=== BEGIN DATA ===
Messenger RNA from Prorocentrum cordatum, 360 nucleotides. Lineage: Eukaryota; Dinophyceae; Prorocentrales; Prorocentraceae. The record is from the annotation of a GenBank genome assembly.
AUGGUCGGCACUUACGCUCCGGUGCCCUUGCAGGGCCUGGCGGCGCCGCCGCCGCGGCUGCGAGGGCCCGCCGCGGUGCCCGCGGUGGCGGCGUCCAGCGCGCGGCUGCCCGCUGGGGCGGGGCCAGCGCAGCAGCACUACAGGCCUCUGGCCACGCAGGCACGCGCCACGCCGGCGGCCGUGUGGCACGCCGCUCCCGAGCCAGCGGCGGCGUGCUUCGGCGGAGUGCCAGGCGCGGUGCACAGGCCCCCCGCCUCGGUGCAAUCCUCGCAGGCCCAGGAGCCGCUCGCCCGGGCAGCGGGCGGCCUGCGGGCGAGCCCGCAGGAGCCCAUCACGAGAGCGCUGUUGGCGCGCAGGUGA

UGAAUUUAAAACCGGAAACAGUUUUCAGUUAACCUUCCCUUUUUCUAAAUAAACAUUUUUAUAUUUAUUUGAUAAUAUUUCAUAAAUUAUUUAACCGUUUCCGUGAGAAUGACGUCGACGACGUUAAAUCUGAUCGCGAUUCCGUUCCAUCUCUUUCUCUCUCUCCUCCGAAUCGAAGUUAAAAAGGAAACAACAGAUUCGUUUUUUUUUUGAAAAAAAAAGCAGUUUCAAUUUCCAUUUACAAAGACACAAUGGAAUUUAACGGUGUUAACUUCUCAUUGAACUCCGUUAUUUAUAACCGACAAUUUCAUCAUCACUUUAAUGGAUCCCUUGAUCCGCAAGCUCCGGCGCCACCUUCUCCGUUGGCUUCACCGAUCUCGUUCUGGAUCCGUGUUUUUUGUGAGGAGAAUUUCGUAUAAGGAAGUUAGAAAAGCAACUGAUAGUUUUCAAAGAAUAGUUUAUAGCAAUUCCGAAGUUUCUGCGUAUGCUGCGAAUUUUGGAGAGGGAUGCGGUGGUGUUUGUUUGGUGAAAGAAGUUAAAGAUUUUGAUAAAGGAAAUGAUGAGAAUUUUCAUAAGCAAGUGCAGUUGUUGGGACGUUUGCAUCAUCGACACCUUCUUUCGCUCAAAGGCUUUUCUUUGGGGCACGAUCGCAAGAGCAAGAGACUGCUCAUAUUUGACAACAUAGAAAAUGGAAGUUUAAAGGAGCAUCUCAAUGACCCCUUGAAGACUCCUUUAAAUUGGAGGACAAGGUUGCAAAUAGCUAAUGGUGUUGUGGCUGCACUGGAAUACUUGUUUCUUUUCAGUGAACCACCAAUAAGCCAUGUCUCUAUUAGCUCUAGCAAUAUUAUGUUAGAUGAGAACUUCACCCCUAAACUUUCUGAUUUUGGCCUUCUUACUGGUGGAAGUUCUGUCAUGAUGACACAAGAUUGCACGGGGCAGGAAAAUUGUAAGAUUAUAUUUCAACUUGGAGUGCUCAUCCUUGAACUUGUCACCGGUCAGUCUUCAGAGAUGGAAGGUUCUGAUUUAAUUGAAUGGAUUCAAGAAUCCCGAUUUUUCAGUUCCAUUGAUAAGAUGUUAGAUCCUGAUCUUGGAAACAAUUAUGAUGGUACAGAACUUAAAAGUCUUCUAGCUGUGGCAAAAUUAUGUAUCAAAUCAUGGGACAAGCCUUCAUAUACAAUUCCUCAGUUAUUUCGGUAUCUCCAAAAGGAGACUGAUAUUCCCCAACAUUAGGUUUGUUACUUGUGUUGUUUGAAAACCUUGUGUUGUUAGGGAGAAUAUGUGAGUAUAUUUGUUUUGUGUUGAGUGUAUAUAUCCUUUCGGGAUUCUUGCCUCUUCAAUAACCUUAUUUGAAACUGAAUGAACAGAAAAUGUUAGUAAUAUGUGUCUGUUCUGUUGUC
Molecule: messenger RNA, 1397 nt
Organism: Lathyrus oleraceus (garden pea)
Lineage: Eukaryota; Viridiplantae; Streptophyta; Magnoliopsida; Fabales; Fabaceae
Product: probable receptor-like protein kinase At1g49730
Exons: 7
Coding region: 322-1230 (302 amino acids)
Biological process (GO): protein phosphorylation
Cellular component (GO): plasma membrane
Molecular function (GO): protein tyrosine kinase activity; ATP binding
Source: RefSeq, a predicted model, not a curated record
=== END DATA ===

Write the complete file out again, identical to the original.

Messenger RNA from Prorocentrum cordatum, 360 nucleotides. Lineage: Eukaryota; Dinophyceae; Prorocentrales; Prorocentraceae. The record is from the annotation of a GenBank genome assembly.
AUGGUCGGCACUUACGCUCCGGUGCCCUUGCAGGGCCUGGCGGCGCCGCCGCCGCGGCUGCGAGGGCCCGCCGCGGUGCCCGCGGUGGCGGCGUCCAGCGCGCGGCUGCCCGCUGGGGCGGGGCCAGCGCAGCAGCACUACAGGCCUCUGGCCACGCAGGCACGCGCCACGCCGGCGGCCGUGUGGCACGCCGCUCCCGAGCCAGCGGCGGCGUGCUUCGGCGGAGUGCCAGGCGCGGUGCACAGGCCCCCCGCCUCGGUGCAAUCCUCGCAGGCCCAGGAGCCGCUCGCCCGGGCAGCGGGCGGCCUGCGGGCGAGCCCGCAGGAGCCCAUCACGAGAGCGCUGUUGGCGCGCAGGUGA

UGAAUUUAAAACCGGAAACAGUUUUCAGUUAACCUUCCCUUUUUCUAAAUAAACAUUUUUAUAUUUAUUUGAUAAUAUUUCAUAAAUUAUUUAACCGUUUCCGUGAGAAUGACGUCGACGACGUUAAAUCUGAUCGCGAUUCCGUUCCAUCUCUUUCUCUCUCUCCUCCGAAUCGAAGUUAAAAAGGAAACAACAGAUUCGUUUUUUUUUUGAAAAAAAAAGCAGUUUCAAUUUCCAUUUACAAAGACACAAUGGAAUUUAACGGUGUUAACUUCUCAUUGAACUCCGUUAUUUAUAACCGACAAUUUCAUCAUCACUUUAAUGGAUCCCUUGAUCCGCAAGCUCCGGCGCCACCUUCUCCGUUGGCUUCACCGAUCUCGUUCUGGAUCCGUGUUUUUUGUGAGGAGAAUUUCGUAUAAGGAAGUUAGAAAAGCAACUGAUAGUUUUCAAAGAAUAGUUUAUAGCAAUUCCGAAGUUUCUGCGUAUGCUGCGAAUUUUGGAGAGGGAUGCGGUGGUGUUUGUUUGGUGAAAGAAGUUAAAGAUUUUGAUAAAGGAAAUGAUGAGAAUUUUCAUAAGCAAGUGCAGUUGUUGGGACGUUUGCAUCAUCGACACCUUCUUUCGCUCAAAGGCUUUUCUUUGGGGCACGAUCGCAAGAGCAAGAGACUGCUCAUAUUUGACAACAUAGAAAAUGGAAGUUUAAAGGAGCAUCUCAAUGACCCCUUGAAGACUCCUUUAAAUUGGAGGACAAGGUUGCAAAUAGCUAAUGGUGUUGUGGCUGCACUGGAAUACUUGUUUCUUUUCAGUGAACCACCAAUAAGCCAUGUCUCUAUUAGCUCUAGCAAUAUUAUGUUAGAUGAGAACUUCACCCCUAAACUUUCUGAUUUUGGCCUUCUUACUGGUGGAAGUUCUGUCAUGAUGACACAAGAUUGCACGGGGCAGGAAAAUUGUAAGAUUAUAUUUCAACUUGGAGUGCUCAUCCUUGAACUUGUCACCGGUCAGUCUUCAGAGAUGGAAGGUUCUGAUUUAAUUGAAUGGAUUCAAGAAUCCCGAUUUUUCAGUUCCAUUGAUAAGAUGUUAGAUCCUGAUCUUGGAAACAAUUAUGAUGGUACAGAACUUAAAAGUCUUCUAGCUGUGGCAAAAUUAUGUAUCAAAUCAUGGGACAAGCCUUCAUAUACAAUUCCUCAGUUAUUUCGGUAUCUCCAAAAGGAGACUGAUAUUCCCCAACAUUAGGUUUGUUACUUGUGUUGUUUGAAAACCUUGUGUUGUUAGGGAGAAUAUGUGAGUAUAUUUGUUUUGUGUUGAGUGUAUAUAUCCUUUCGGGAUUCUUGCCUCUUCAAUAACCUUAUUUGAAACUGAAUGAACAGAAAAUGUUAGUAAUAUGUGUCUGUUCUGUUGUC
Molecule: messenger RNA, 1397 nt
Organism: Lathyrus oleraceus (garden pea)
Lineage: Eukaryota; Viridiplantae; Streptophyta; Magnoliopsida; Fabales; Fabaceae
Product: probable receptor-like protein kinase At1g49730
Exons: 7
Coding region: 322-1230 (302 amino acids)
Biological process (GO): protein phosphorylation
Cellular component (GO): plasma membrane
Molecular function (GO): protein tyrosine kinase activity; ATP binding
Source: RefSeq, a predicted model, not a curated record